Kimmy Schmidt continues to delight in Season 2 (review)

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There are plenty of shows on TV that mine humor from cynicism and a bleak outlook on humankind. And to quote a show that reveled in such pessimism, not that there’s anything wrong with that. But as great as shows such as Veep or Arrested Development are at generating comedy from shallowness and superficiality, there’s something to be said for feeling just plain happy as you are laughing. And in this arena, there is no show on television (and Netflix) better than Unbreakable Kimmy Schmidt.

Following in the footsteps of its breakout freshman season, this breezy sitcom (streaming on Netflix) continues to explore the life of Indiana Mole Woman, Kimmy Schmidt (Ellie Kemper), as she learns more about life in the real world after spending the last 15 years trapped in a bunker as part of a doomsday cult. Although there are definitely still moments of “living under a rock” realizations (Lance Bass and Ricky Martin are gay?!?  GASP!!!), season 2 takes a markedly more serious tone, addressing Kimmy’s maladjusted psyche, both due to her time in the bunker, as well as the feelings of abandonment stemming from poor parenting by her barely there mother (Lisa Kudrow). Kimmy’s psychological issues are brought to light by her new therapist, Andrea (Tina Fey), who has more than a few problems of her own.

Meanwhile, Kimmy’s supporting cast all take on distinctive story arcs of their own. Titus (Tituss Burgess) finds a new love interest that won’t leave before the next day’s sunrise in the sensitive yet manly construction worker Mikey (Mike Carlsen). Jacqueline (Jane Krakowski) must somehow manage to live off of “just” $12 million after her recent divorce. And landlord Lillian (Carol Kane) continues her fight against the gentrification of her colorful neighborhood. One distinctive note of this second season is that each of these supporting characters has their own storylines and subplots that don’t necessarily involve Kimmy. Jacqueline faces off against a new nemesis in socialite mother, Deirdre Robespierre (the always charming Anna Camp), in a battle for Queen Bee supremacy. And Titus struggles with his growing feelings for Mikey, conflicting with his desire to not expose himself to hurt. Whereas season one very much revolved around Kimmy and how her friends helped her make it in the real world, season two spins off these colorful characters into their own orbits with their own distinct struggles.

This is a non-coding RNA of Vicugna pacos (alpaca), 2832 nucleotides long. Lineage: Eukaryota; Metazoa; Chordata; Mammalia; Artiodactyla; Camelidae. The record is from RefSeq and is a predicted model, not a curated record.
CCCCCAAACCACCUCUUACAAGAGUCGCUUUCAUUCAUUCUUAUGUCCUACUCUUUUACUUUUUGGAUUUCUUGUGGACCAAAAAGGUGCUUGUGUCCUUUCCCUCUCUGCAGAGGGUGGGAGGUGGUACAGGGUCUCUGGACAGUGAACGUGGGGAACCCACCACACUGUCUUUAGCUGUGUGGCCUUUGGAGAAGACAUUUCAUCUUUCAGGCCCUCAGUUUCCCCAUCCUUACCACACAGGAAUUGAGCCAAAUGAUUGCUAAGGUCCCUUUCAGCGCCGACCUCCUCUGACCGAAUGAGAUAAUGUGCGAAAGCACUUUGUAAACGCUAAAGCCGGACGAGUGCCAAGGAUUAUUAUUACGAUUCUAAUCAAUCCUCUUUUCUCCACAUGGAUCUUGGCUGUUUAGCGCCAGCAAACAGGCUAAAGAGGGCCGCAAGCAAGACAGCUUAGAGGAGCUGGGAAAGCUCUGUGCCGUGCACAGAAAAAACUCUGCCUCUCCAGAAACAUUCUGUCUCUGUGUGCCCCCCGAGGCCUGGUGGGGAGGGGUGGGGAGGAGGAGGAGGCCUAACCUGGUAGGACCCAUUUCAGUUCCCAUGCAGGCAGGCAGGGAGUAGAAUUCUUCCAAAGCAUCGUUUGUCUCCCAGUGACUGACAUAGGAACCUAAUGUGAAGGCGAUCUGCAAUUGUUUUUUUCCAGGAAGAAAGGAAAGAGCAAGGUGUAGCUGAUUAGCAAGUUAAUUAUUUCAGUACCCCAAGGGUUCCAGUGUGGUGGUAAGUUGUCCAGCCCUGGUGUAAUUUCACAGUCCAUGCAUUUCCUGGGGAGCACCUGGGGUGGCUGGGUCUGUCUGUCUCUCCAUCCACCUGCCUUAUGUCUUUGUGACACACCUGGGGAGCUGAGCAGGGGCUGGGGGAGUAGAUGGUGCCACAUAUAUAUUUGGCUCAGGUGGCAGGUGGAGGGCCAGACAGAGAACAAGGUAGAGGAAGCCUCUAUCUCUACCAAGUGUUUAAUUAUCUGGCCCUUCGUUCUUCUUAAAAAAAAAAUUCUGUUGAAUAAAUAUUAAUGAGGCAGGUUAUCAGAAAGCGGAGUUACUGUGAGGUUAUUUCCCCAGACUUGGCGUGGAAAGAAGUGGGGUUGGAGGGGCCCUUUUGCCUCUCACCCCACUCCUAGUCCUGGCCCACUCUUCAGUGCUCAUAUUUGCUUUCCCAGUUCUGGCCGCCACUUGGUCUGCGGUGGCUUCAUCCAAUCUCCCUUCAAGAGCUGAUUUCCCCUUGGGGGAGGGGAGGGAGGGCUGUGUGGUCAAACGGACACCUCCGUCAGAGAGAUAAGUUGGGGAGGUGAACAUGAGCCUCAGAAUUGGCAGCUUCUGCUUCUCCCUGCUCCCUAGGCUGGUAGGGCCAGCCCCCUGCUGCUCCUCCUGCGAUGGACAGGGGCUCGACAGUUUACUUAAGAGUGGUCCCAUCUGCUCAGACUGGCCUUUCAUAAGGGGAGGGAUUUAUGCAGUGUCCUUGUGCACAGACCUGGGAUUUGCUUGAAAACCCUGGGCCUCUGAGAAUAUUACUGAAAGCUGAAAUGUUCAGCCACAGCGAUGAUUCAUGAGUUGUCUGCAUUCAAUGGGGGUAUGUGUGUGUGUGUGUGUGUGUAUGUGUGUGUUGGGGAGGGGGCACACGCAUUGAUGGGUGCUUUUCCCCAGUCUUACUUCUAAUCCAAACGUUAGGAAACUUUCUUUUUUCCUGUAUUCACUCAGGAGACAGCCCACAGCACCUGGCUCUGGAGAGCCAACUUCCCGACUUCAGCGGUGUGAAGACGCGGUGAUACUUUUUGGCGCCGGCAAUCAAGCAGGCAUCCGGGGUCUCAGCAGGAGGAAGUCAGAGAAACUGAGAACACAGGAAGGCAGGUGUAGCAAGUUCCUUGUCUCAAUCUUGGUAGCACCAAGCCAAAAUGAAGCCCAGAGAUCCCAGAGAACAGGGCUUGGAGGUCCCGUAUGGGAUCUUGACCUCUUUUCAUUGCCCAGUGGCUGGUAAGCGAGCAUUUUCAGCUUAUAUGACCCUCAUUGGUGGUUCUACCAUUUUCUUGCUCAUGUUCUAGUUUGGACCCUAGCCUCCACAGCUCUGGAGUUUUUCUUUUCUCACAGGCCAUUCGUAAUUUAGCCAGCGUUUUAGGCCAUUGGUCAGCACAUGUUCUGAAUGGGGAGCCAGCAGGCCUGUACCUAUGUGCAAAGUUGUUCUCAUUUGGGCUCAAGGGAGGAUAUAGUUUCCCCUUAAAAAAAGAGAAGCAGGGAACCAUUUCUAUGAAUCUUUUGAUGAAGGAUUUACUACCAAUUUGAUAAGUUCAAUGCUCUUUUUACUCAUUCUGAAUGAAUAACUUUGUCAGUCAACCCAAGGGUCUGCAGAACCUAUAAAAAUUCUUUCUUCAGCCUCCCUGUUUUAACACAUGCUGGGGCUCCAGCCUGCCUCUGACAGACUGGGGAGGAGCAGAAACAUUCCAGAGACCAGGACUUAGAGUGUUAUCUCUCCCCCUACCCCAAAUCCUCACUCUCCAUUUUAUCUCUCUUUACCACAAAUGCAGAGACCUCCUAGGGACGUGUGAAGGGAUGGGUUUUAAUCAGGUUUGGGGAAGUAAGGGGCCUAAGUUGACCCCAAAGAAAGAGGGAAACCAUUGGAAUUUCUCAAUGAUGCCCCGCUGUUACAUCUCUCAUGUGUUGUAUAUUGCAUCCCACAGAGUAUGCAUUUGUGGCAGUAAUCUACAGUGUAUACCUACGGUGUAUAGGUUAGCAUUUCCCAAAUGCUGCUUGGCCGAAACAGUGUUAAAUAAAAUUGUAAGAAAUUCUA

That being said, the star of this show very much remains the ineffable Kemper and her equal parts adorable and frightening Kimmy. Her effortless charm remains in full display as she shifts from holding down ex-soldiers in leg locks to singing a theme song for a show about a bunny and a kitty. It’s her ability to shift gears from determined go-getter to childlike wonder that creates so much of the show’s genuine humor. Kimmy’s earnestness will disarm all but the most hard-hearted of viewers, and we can’t help but root for her to succeed, even if some of her plans are a bit misguided.

The strength of the cast is a huge boon to the show, but ultimately, a comedy still needs to deliver on its humor. And it’s here that the Tina Fey/Robert Carlock brainchild really shines through. Much like its illustrious predecessor, 30 Rock, Kimmy Schimidt uses absurd situations and characters to serve up hilarious sight gags, blink and you’ll miss it one-liners, and multi-episode running jokes. One recurring joke about biscotti is a particular delight.

Some might dismiss Unbreakable Kimmy Schmidt as being too “light” simply because it doesn’t touch upon deep or topical themes. But those who do completely miss the point of this show. Humor doesn’t have to come from pain, suffering, or sarcastic one liners. Sometimes, humor can come from the simple act of watching someone try to make sense of a world that, quite frankly, doesn’t make sense. Kimmy the character, and Kimmy Schmidt the show, will never lose that sense of whimsy that makes both so indelible. And I will be delighted if that is always the case.

Rating: 4.5/5 Atoms

NR 4_5 Atoms - A-

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